The Supreme Court recently gave a further explanation of the presumption of evidence of Art. 7:218 (2) DCC: the presumption of evidence applies to both the existence of a shortcoming and the causal link between that shortcoming and the damage caused. What was at stake here?
Very serious damage had occurred to a rented upstairs flat and the downstairs flat below it, both owned by the landlords, because water had flowed for a long time from a water tap of the central heating system on the attic floor. Permanent water pressure caused the filling hose of the central heating system to disconnect from the water pipe. The rented property and the downstairs flat became flooded, causing the property to be declared temporarily uninhabitable. The landlords claimed that while fixing a small leakage from the connection of the filling hose to the drain and fill valve of the water pipe, the tenants opened the water tap and did not close it again. The tenants argued that they neither saw nor touched the water tap, but only the drain and fill tap. The tenants' assumption was, the water tap was already open when they moved into the rented property, hidden from view by the filling hose connected to the central heating system. The landlords initiated proceedings and claimed damages from the tenants in these proceedings.
Judgement of the court and court of appeal
The district court upheld the claims, the court of appeal dismissed them. The court of appeal ruled that the landlords bore the burden of proof of the shortcoming (turning on and failing to close the water tap again) and that the presumption of proof of Section 7:218(2) of the Civil Code only concerned the causal link between the shortcoming and the damage. Based on this division of the burden of proof, the court of appeal ruled that the landlords failed to prove that the tenants turned on the water tap and did not turn it back on.
Section 7:218(2) of the Civil Code
The issue in cassation is whether the court of appeal assumed a correct interpretation of Section 7:218(2) of the Civil Code.
Article 7:218 BW stipulates:
"1. The lessee shall be liable for damage to the leased property caused by a failure to perform an obligation under the lease contract attributable to him.
2. All damage shall be presumed to have been caused thereby, except for fire damage and, in the event of renting a built-up property or part thereof, damage to the outside of the rented property.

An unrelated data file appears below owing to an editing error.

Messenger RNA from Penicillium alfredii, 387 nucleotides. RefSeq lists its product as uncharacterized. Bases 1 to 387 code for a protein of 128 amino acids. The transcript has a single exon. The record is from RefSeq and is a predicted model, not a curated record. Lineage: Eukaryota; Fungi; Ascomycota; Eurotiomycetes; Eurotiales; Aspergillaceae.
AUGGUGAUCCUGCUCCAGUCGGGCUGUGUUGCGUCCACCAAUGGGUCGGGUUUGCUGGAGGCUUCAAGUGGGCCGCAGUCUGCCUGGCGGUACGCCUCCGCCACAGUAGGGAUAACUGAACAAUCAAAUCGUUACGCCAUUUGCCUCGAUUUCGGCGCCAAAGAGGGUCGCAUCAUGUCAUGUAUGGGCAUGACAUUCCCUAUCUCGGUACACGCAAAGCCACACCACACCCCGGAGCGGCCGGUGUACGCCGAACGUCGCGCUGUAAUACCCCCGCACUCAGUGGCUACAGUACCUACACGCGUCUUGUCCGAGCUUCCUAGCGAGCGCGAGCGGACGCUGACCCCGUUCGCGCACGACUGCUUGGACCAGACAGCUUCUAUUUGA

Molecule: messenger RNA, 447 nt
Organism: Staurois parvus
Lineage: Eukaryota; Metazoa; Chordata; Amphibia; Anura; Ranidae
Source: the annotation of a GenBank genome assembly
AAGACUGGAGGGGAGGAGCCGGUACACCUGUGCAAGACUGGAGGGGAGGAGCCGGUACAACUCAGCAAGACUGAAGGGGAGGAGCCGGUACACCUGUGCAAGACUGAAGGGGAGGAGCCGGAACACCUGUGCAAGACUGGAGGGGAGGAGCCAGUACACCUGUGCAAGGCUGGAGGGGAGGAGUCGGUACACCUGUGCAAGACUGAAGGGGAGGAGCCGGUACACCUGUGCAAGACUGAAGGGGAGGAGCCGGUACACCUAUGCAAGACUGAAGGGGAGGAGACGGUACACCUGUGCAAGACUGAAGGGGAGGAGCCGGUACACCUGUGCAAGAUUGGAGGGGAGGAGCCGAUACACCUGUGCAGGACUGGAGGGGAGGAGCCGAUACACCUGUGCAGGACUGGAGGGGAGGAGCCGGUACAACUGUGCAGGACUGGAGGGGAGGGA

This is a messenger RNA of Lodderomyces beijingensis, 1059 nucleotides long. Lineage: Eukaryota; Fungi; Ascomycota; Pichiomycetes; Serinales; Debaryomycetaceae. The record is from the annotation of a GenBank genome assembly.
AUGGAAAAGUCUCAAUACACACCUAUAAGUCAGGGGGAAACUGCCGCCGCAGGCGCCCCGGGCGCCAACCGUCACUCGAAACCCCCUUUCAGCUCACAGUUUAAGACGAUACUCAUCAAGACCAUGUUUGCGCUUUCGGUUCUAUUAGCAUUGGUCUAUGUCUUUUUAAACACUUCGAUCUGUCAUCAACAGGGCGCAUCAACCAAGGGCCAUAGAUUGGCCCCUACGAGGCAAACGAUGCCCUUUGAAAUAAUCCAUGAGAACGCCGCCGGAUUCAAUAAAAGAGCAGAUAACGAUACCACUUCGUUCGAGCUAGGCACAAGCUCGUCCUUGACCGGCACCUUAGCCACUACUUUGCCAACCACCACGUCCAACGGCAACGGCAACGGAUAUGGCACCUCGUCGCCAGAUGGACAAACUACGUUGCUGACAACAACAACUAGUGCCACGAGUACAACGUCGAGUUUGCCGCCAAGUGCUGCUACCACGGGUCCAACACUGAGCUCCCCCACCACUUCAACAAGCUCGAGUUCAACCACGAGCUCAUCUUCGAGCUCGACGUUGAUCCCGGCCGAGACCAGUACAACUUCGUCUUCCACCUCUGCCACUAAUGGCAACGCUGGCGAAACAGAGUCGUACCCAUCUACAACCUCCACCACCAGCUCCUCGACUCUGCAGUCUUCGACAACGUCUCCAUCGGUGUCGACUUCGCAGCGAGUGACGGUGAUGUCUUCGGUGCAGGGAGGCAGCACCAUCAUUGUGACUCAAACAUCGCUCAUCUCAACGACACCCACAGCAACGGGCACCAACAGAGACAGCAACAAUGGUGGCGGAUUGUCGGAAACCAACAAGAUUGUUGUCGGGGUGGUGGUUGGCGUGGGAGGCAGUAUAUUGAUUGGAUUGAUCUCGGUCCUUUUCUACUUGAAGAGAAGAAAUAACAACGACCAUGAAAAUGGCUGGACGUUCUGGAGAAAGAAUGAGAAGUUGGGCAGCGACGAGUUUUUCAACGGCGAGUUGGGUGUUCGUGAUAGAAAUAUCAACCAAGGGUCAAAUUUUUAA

3. Without prejudice to Article 224(2), the tenant shall be presumed to have received the rented property in an undamaged condition."
Supreme Court ruling
The presumption of proof of article 7:218 paragraph 2 of the DCC concerns damage to the leased property that occurred during the term of the lease. The legislative history shows that this provision creates a rebuttable presumption that the damage to the leased property was caused by a shortcoming on the part of the lessee. It is a rule of evidence which is justified by the fact that, as a rule, the tenant is in a much better position than the landlord to ascertain the cause of the damage to the leased property. That paragraph 2 is to be understood in this sense can also be deduced from the conservative sentence of that provision. In connection with the exceptions for fire damage and damage to the exterior of a built-up property, the explanatory note refers to the cause of the damage. This does not refer to ambiguity as to whether there is a causal link between a (proven by the landlord) failure of the tenant and the damage. It refers to ambiguity as to whether the damage can be traced to a failure by the tenant.
The presumption of proof thus applies to both the existence of a default and the causal link between that default and the resulting damage.
In short, in this matter, it was up to the tenants to rebut the presumption of proof that the water damage was caused by their fault.
The judgment of the Court of Appeal was therefore overturned by the Supreme Court.
Valuation of evidence
The rebuttal evidence to be provided by tenants is not bound by any particular rule. Whether in a concrete case this evidence should be deemed to have been provided, even if the cause of the damage has not been established, is left to the discretion of the court. The tenants do not bear the risk of proof and do not have to prove the opposite of the presumption - that no shortcoming on their part caused the damage. It is sufficient for them to disprove the presumption. If the tenants succeed in doing so, it remains for the landlord to prove under the main rule of Section 150 Rv that the damage was caused by a shortcoming on the part of the tenant.
In valuing the evidence, the court has discretion. The valuation of the evidence will take into account all the circumstances of the case. This will include the nature of the damage and the nature of the tenant's possibly underlying shortcoming, as well as the question to what extent the damage and its possible cause were of a hidden or non-hidden nature. Section 7:218 of the Dutch Civil Code concerns 'damage to the leased property' and thus refers to the impairment of this property during the rental period. This does not exclude the possibility that the facts that led to this impairment may already have been present before the rental period started. The more likely the latter is, the more reason there is to rule that the presumption of evidence of Section 7:218(2) of the Civil Code is negated.
Do you have questions or need advice on damage to the leased property or your lease? If so, please feel free to contact one of our lawyers without any obligation. We will be happy to assist you!